Breaking up Facebook is not the answer. Because at some point, there will be another one. And another one. There will always be something or someone out there trying to enter the market. Take away a choice from consumers, they will find another one. People will adapt. And then corporation X will become too big, and we will be doing this again in six or seven years or so. How about regulation? That’s an easy compromise. One of the lawmakers' biggest complaints about social media, the Big Tech Four, and all of these different technology companies is there is really no updated regulation for this industry. Gee, I wonder how we can fix that? I know! Update the laws. Spend time researching what would work better for the average consumer, look at the framework that was developed by a bunch of old, white men in wigs, who couldn’t even conceive what a computer would be, much less a social media network. Better, updated regulation is the answer. Update the laws to match the times. Trying to break up a company that has gotten too “big” (by whatever standards), because you can’t control it, is not the answer. One of Congress’ duties is to make the law, so make the law.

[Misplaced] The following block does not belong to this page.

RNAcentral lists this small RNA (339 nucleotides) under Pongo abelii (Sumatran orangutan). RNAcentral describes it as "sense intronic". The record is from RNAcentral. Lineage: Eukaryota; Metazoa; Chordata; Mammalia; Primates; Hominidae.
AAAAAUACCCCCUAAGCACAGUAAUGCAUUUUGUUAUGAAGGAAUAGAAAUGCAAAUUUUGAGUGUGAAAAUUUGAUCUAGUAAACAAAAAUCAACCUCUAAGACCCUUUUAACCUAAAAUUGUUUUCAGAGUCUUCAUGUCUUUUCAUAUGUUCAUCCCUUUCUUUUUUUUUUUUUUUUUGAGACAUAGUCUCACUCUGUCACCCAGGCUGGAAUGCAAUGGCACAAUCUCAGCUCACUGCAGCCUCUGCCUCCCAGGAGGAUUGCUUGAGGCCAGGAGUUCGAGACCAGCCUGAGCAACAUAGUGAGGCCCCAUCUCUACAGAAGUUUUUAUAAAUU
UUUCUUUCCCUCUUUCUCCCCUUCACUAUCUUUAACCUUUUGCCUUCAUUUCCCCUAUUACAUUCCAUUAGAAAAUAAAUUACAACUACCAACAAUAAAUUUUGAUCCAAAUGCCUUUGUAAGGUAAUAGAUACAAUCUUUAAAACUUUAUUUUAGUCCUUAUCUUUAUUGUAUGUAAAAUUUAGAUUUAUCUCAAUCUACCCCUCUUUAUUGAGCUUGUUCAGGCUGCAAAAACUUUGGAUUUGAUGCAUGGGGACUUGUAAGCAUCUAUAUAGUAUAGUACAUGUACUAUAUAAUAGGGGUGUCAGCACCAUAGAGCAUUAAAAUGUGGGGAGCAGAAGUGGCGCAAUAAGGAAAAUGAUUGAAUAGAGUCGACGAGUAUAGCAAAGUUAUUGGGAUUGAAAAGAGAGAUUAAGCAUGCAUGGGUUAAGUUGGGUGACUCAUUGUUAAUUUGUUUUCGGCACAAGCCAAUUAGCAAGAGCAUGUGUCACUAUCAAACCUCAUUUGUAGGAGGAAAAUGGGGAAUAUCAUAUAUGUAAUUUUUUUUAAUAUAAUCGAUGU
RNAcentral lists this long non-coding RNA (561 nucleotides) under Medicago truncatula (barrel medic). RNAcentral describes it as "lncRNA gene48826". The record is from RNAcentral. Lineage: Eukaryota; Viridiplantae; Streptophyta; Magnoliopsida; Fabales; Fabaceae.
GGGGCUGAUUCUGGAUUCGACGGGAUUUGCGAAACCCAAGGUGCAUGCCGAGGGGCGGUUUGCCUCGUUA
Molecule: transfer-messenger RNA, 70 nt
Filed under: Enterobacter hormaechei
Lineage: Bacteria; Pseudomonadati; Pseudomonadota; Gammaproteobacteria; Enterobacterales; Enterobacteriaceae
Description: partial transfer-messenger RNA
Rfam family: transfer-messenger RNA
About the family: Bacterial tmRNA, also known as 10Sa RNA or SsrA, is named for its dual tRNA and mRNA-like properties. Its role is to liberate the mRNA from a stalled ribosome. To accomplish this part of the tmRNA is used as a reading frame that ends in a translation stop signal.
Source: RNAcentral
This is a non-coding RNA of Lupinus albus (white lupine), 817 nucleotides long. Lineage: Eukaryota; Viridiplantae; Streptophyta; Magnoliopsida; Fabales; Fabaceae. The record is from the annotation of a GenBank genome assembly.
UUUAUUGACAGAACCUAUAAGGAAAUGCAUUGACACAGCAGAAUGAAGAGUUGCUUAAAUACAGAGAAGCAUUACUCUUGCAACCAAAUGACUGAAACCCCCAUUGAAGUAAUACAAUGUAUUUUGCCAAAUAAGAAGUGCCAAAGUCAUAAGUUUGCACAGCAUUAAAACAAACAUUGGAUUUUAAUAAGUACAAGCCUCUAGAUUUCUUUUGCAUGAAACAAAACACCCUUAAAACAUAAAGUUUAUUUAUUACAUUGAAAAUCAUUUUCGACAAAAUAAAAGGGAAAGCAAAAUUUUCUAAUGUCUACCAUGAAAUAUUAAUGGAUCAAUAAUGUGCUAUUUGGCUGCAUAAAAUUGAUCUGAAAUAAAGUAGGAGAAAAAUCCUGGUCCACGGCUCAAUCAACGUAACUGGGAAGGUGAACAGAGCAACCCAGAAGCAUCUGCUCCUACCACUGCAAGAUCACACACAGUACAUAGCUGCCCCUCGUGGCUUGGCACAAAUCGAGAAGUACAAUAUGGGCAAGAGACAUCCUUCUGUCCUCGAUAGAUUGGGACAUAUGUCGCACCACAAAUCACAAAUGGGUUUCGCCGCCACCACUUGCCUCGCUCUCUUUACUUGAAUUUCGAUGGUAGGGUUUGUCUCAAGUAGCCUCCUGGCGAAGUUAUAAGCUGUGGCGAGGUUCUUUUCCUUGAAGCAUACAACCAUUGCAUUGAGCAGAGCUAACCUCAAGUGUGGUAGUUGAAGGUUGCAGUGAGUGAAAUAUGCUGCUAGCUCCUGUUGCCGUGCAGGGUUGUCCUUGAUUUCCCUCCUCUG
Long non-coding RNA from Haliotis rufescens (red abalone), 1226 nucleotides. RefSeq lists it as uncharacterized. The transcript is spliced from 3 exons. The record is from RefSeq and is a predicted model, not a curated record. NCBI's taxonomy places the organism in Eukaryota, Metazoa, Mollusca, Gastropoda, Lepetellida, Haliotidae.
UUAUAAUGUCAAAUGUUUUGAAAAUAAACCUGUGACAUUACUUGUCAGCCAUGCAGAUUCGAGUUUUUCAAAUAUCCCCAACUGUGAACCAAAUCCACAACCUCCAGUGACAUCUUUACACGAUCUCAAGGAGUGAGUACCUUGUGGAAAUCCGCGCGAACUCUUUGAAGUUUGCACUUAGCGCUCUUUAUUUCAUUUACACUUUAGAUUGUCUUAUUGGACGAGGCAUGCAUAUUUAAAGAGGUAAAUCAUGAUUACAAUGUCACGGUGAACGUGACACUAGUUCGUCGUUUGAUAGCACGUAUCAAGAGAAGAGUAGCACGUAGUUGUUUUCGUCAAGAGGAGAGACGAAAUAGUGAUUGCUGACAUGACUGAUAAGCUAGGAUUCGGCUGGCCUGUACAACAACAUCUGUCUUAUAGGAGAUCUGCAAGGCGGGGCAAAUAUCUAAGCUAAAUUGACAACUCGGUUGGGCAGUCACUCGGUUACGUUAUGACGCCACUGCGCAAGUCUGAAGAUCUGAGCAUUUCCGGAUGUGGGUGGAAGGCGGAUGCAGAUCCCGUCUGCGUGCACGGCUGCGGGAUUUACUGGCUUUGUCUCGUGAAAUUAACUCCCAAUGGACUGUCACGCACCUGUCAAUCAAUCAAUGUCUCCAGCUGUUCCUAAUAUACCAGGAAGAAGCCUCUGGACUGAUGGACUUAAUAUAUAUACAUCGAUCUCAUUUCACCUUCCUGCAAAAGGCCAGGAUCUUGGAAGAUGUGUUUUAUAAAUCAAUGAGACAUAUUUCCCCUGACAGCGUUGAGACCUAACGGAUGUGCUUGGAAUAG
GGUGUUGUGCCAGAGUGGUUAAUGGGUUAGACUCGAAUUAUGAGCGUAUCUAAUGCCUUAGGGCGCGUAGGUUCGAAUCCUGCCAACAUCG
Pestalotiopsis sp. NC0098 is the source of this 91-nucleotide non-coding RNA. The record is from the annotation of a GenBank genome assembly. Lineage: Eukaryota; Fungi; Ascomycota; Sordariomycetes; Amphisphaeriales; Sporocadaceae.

Thanks for listening.